91: The Antidote by Oliver Burkeman

91: The Antidote by Oliver Burkeman

Episode found at: https://bookworm.fm/91/

If you find yourself repulsed by the blatant optimism espoused by most self-help gurus, then today’s book may just be a breath of fresh air for you. Join Joe & Mike as they consider stoicism, death, and the negative path to happiness. Links Support the Show Timeblocking course (The Sweet Setup) Cal Newport’s blog post…

Random stream of feedback time!

I think the phrase Joe kept looking for and couldn’t quite find was “false dichotomy.” It’s come up in a bunch of contexts for me lately, so I practically yelled it out while listening.

On Mike’s choice to slow his news consumption: Amen, brother. I haven’t watched TV news in years, but I was a ravenous consumer of online news (mostly via RSS feeds). I’ve made a conscious decision to dial way back in the last few years of non-stop news cycles, and a few months ago I went back to taking the local newspaper and really forcing myself to slow down (I still get industry-specific news online, and follow a few very local feeds, but that’s it). The renewed routine of reading the morning paper while having that first cup of coffee has been refreshing, despite the content of the paper being rather less than uplifting at times. The rest of the day is certainly much clearer.

This feedback probably belongs on Digital Minimalism more than this book, doesn’t it? :man_shrugging:

The Antidote is actually my favorite self help book. I’m slightly sad that Mike and Joe disliked it as much as they did. Nevertheless, I respect their opinions.

The Antidote got me into meditation. It gave me a starting point to learn more about Buddhism and Stocism. Thanks to these things, I’ve had such a better time when dealing with stress and anxiety. Maybe this is because I’ve been highly prone to fearing negative outcomes for most of my life. Thinking about the worst case scenario has been a powerful tool for me.

The epilogue of the book does a good job summarizing the author’s intent, I think:

The point here is not that negative capability is always superior to the positive kind. Optimism is wonderful; goals can sometimes be useful; even positive thinking and positive visualisation have their benefits. The problem is that we have developed the habit of chronically overvaluing positivity, and of the skills of ‘doing’, in how we think about happiness, and that we chronically undervalue negativity, and the ‘not-doing’ skills, such as resting in uncertainty or getting friendly towards failure. To use an old cliché of therapy-speak, we spend too much of our lives seeking ‘closure’. Even those of us who mock such clichés are often motivated by a craving to put an end to uncertainty and anxiety, whether by convincing ourselves that the future is bright, or by resigning ourselves despondently to the expectation that it won’t be. What we need more of, instead, is what the psychologist Paul Pearsall called ‘openture’. Yes, this is an awkward neologism. But its very awkwardness is a reminder of the spirit that it expresses, which includes embracing imperfection, and easing up on the search for neat solutions.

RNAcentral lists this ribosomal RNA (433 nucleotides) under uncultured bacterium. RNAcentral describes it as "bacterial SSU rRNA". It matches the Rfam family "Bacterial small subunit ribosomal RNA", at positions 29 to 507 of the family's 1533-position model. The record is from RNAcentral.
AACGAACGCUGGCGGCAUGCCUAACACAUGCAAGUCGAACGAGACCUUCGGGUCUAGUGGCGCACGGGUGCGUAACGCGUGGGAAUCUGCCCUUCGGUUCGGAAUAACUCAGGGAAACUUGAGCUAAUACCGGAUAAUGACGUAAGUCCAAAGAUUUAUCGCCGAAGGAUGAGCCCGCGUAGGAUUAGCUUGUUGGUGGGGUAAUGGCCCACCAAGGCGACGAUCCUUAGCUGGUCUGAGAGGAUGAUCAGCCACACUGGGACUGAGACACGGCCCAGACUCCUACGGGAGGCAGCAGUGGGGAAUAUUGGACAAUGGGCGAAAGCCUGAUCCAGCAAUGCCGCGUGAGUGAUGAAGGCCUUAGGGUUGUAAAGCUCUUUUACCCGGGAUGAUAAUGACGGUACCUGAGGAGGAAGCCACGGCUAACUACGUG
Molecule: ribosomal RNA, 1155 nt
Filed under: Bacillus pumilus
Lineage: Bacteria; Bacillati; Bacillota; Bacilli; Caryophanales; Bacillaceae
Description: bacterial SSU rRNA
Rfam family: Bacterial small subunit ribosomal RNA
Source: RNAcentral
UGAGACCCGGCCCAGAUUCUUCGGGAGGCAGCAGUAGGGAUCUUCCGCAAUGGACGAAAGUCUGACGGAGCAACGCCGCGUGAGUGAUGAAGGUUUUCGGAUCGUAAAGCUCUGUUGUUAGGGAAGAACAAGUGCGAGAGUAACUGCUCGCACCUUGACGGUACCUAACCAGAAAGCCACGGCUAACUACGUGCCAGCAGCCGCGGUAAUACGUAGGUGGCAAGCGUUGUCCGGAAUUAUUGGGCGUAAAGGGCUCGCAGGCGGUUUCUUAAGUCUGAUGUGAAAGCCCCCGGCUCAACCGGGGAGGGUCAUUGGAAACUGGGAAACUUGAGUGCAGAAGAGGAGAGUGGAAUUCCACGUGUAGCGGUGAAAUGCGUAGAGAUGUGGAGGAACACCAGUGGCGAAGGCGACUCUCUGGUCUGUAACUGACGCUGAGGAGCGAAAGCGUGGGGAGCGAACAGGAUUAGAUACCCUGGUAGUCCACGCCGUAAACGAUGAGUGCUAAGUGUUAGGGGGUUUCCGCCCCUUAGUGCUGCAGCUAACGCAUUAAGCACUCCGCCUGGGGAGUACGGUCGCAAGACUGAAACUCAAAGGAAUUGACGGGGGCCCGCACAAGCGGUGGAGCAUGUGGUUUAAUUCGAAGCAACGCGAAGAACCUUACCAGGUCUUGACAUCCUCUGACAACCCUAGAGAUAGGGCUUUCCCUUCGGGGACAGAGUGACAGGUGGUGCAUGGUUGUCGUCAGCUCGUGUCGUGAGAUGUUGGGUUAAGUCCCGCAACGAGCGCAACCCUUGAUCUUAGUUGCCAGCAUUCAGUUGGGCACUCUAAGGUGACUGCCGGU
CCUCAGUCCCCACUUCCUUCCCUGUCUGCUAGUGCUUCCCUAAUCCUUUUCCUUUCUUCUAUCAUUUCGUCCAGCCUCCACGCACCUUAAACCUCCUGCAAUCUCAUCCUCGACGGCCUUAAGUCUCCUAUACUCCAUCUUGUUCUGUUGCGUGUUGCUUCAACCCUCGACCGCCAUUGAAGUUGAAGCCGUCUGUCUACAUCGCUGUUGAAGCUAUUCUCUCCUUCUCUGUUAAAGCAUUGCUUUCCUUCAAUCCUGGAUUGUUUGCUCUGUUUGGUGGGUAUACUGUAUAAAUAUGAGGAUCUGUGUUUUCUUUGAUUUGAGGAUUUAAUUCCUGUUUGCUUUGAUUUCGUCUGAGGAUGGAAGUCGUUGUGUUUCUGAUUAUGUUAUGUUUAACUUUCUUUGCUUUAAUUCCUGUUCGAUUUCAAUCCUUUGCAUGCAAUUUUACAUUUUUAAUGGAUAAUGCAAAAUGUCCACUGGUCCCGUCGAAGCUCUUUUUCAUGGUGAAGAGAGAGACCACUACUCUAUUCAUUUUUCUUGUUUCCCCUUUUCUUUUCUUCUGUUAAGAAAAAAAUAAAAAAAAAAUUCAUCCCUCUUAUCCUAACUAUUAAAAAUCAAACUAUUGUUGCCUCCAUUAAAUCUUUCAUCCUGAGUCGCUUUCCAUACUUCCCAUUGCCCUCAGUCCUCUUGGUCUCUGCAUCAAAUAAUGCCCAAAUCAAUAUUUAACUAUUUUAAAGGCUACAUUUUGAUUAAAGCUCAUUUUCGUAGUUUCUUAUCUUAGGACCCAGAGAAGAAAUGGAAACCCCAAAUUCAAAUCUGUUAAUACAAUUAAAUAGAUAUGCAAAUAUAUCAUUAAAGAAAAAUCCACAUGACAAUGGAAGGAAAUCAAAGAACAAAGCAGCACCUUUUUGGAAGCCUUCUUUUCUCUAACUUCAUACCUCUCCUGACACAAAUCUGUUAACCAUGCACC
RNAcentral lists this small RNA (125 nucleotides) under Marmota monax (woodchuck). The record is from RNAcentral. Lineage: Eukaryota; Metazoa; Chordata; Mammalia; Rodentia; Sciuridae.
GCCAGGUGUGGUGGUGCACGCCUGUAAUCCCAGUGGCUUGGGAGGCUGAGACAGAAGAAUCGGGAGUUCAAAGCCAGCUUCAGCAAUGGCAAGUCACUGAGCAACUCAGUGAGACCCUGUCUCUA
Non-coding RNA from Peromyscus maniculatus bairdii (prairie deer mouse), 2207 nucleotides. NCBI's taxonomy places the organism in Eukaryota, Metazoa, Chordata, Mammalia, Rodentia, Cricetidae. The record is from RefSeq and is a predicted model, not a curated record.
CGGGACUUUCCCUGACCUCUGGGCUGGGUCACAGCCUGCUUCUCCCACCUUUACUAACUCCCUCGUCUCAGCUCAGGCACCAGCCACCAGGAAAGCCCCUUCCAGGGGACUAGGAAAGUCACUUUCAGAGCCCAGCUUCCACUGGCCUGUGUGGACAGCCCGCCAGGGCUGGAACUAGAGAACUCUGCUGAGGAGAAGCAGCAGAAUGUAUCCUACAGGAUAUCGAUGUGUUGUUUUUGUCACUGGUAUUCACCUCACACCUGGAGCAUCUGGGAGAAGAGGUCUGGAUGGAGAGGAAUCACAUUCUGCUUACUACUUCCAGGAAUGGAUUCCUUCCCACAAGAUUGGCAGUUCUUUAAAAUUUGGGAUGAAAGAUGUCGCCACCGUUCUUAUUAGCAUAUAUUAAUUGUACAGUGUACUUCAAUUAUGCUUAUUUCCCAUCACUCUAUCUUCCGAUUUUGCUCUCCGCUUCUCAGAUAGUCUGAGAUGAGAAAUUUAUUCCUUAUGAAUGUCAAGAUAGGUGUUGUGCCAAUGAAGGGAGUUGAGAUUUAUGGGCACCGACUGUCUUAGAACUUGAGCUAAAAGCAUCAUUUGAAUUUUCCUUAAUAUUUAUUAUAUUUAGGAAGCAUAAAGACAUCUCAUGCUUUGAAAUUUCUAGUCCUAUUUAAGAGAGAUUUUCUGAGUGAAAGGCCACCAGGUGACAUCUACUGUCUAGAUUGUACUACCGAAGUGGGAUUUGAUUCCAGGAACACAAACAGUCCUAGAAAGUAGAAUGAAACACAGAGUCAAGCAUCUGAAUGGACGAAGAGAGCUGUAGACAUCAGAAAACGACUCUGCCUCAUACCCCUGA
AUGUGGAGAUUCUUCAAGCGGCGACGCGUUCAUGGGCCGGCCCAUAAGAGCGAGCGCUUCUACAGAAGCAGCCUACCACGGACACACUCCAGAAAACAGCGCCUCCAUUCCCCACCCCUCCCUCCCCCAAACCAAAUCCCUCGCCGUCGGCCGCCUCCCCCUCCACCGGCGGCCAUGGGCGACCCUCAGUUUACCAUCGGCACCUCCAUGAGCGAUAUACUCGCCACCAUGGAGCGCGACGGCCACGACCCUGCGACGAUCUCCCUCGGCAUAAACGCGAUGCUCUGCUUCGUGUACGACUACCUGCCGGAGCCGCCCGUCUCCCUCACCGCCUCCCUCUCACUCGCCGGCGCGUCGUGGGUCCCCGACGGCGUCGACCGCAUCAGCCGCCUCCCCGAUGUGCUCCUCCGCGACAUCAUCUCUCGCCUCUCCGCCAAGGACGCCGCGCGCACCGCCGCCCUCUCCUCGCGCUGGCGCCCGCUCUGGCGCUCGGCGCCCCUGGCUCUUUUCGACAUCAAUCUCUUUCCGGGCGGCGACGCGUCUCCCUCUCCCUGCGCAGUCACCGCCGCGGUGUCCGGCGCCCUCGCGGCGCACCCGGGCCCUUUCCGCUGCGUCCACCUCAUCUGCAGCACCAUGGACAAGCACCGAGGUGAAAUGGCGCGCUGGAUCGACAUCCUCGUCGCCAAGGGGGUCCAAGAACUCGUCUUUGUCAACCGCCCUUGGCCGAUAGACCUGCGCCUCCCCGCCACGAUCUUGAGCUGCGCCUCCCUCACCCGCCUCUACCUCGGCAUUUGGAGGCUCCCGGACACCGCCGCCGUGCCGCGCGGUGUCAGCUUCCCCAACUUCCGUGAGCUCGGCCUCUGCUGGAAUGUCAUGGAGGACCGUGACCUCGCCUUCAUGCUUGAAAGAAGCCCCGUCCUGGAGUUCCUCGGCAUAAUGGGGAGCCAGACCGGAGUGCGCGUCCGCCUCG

But you can also treat these ideas as a toolkit, from which tools can be borrowed as necessary. Anyone can become somewhat Stoic, or a bit more Buddhist, or practise memento mori a little more frequently; unlike far too many selfhelp schemes, which purport to be comprehensive guides to life, the negative path to happiness isn’t an all-or-nothing affair.

One thing I love is that the book contains a complete bibliography and list of resources referenced throughout the book. I’ve gone through his notes and found original articles and books that expand upon various things he talks about.

One thing I do dislike about the book: the stories of Mount Everest, the failed UK stadium, and the museum of failed products are all too long for the purpose of being examples to “support” the various claims throughout the book.

I just finished this one last night, and I didn’t feel that the examples were overly long, but that’s purely my personal opinion; YMMV. I’ve been dipping my toes into Stoicism for a while now, this may push me closer to at least the shallow end of the pool, if not the deep end. Meditation is something I struggle with, but again, this may help nudge me in that direction as well. I got some very bad preconceptions of what meditation is from some New Agey relatives of mine years ago that I need to let go of :slight_smile: